10. The biggest delight of my evening was Chittenden County State’s Attorney Sarah Fair George’s landslide win over centrist challenger Ted Kenney. The incumbent’s advantage was probably the biggest factor, but Kenney’s fearmongering and nuzzling up to police were rejected at the polls. George’s impressive margin of victory — better than 20 percentage points — will validate her progressive approach to the job and should encourage other progressives to compete for prosecutorial posts. That’s a big win for criminal justice reform.

11. The reapportionment of the Chittenden County Senate district into three parts is turning out to be just as disastrous for the Democratic Party as I thought it was. They could have easily drawn boundaries that would have ensured an entirely Democratic delegation. Given the Dem dominance in county politics, no one would have batted an eye. Instead, the reapportionment committee gave us a Chittenden North district with a Republican lean and a Chittenden Central district seemingly drawn with Progressive interests at heart.

The result? Rep. Tanya Vyhovsky, a vociferous Prog, will glide into the Senate and longtime Bernie Sanders buddy Erhard Mahnke may follow. As I write this, he trails Martine Gulick by TWO VOTES with 99% of the vote counted. Chittenden North may cost the Democrats their Senate supermajority. Republican Leland Morgan should be a strong favorite against Irene Wrenner, who’s little known outside of Essex and is a divisive figure in her town.

12. There will be a bunch of new faces entering the state Senate in January, further diluting the power of the chamber’s Old Guard. Besides Vyhovsky, there’s Rep. Becca White finishing first in the Windsor County primary over eternal incumbents Alison Clarkson and Dick McCormack, and Montpelier Mayor Anne Watson winning a Senate nomination in the Washington County district. The two new senators from Windham County will be former Rep. Nader Hashim and longtime local government figure Wendy Harrison. I’m sorry to see Wichie Artu finish out of the running, but Hashim and Harrison should be a formidable delegation. Both will be miles better than Jeanette White.

13. The Republicans have some truly terrible legislative candidates. I’ll highlight three for now, but I’m sure I’ll be bringing back “Dregs of the Ballot” to expose more of them. Mark Coester, of the fascist-emblazoned semi truck, finished first in the race for two Republican Senate nominations in Windham County. Republican voters in Barre showd their true colors. Formerly respectable former state’s attorney Tom Kelly, now an anti-vaxxer and God knows what else, finished first in a three-way race for two Republican nominations. Electoral pest supreme Brian Judd has a narrow lead for a House nomination in Barre. If his margin holds up, the city’s GOP voters will have chosen those two crackpots over city councilor Michael Deering II.

Okay, I lied, 14. The Progressive Party staved off a potentially disastrous cycle. Zuckerman is on his way back to the lieutenant governor’s office, Vyhovsky will effectively take Anthony Pollina’s place as the Senate’s Prog firebrand, and Mahnke might prevail as well. The Progs are still fighting uphill, but they’re still fighting.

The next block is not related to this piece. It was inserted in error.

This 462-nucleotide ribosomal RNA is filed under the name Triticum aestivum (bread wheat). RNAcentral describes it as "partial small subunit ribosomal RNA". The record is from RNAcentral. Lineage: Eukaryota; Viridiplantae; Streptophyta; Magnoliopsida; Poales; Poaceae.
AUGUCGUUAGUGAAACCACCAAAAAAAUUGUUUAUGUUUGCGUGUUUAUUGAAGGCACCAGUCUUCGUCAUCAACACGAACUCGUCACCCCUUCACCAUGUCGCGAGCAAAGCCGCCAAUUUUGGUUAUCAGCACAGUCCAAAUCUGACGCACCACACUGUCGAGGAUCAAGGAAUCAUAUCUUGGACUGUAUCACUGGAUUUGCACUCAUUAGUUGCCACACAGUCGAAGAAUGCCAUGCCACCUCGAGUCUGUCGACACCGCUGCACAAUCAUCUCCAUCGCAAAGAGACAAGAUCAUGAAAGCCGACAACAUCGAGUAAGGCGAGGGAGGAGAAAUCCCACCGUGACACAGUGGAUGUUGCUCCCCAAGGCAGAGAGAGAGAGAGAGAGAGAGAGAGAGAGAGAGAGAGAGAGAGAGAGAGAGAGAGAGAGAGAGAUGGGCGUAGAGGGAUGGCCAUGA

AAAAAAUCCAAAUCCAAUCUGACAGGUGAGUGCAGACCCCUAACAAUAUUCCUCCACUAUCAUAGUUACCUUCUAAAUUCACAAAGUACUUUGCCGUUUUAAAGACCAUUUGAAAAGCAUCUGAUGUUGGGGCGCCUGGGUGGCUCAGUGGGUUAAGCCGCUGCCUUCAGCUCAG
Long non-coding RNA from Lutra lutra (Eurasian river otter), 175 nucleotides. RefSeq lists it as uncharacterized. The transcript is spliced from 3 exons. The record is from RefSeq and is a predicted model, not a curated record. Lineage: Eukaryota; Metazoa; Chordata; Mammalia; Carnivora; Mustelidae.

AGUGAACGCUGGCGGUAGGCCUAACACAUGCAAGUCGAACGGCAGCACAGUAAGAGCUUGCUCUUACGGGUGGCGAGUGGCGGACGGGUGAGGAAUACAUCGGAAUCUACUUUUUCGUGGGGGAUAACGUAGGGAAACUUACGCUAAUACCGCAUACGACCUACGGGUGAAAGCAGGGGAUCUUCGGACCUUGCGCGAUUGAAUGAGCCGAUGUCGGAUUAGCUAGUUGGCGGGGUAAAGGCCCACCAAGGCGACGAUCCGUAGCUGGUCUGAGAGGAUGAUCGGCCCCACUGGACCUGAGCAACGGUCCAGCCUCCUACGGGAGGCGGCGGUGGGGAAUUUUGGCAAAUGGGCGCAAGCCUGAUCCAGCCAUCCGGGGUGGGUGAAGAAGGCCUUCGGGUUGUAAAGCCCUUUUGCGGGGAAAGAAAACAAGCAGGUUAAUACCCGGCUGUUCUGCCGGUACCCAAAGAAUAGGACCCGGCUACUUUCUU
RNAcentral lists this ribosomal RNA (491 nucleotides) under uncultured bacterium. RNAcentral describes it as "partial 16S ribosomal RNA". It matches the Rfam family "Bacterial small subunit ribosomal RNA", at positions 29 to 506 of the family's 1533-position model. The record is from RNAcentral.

That’s all for now. More thoughts may emerge, but it’s way past my bedtime. Nighty-night.

4 thoughts on “Thirteen Ways of Looking at a Primary

  1. Lee Russ

    And you didn’t even mention Kathi Tarrant who now carries the Republican Banner into the general election for the House seat in the Washington-Chittenden district.

    Reply
  2. Lee Russ

    The GOP Lt. Gov race produced some “interesting” results. Not only did Greg Thayer’s extremism net him 45% of the vote, but he won in almost all of the towns in the southern half of the state, Take a look at the map on this page:

    Reply
  3. Doug W.

    “Gray’s attack lines were implausible from the get-go. Did anyone really believe that Balint was an uncompromising ideologue or a captive of shady out-of-state money? No. For an attack to be effective, it has to be plausibly based in a candidate’s real or perceived weaknesses.”

    Spot on, John! I think many people saw right through Molly’s hypocrisy on campaign finance. You can’t call foul while spending the bulk of your time soliciting donations from lobbyists.

    Becca will be an amazing Congresswoman! Kudos to her and the team for a job well done.

    Reply
  4. Steve West

    “ The two new senators from Windham County will be former Rep. Nader Hashim and longtime local government figure Wendy Harrison.”

    Not long ago you wrote: “Independent hopeful Tim Wessel has raised a total of $7,513 and spent $4,207; that level of spending is a little worrying for a candidate who isn’t even on the August ballot. He should be playing the long game.”

    Why are you counting out Tim Wessel already? Admittedly, he’s a friend, but he’s also a strong candidate who hopes that running as an independent helps him reach to voters outside of the primary process. Tim’s basically a progressive mixed with fiscal conservatism, which appeals to many across the political spectrum. He has lots of supporters here in Windham County, has been working in public service on the Selectboard for five+ years, and his name recognition is arguably as high or higher than either Democratic candidate.

    As I said, Tim’s a good friend so forgive my enthusiasm. And Nader and Wendy are also excellent candidates. I just hope you’ll watch and write about Tim as well in the coming months.

    Reply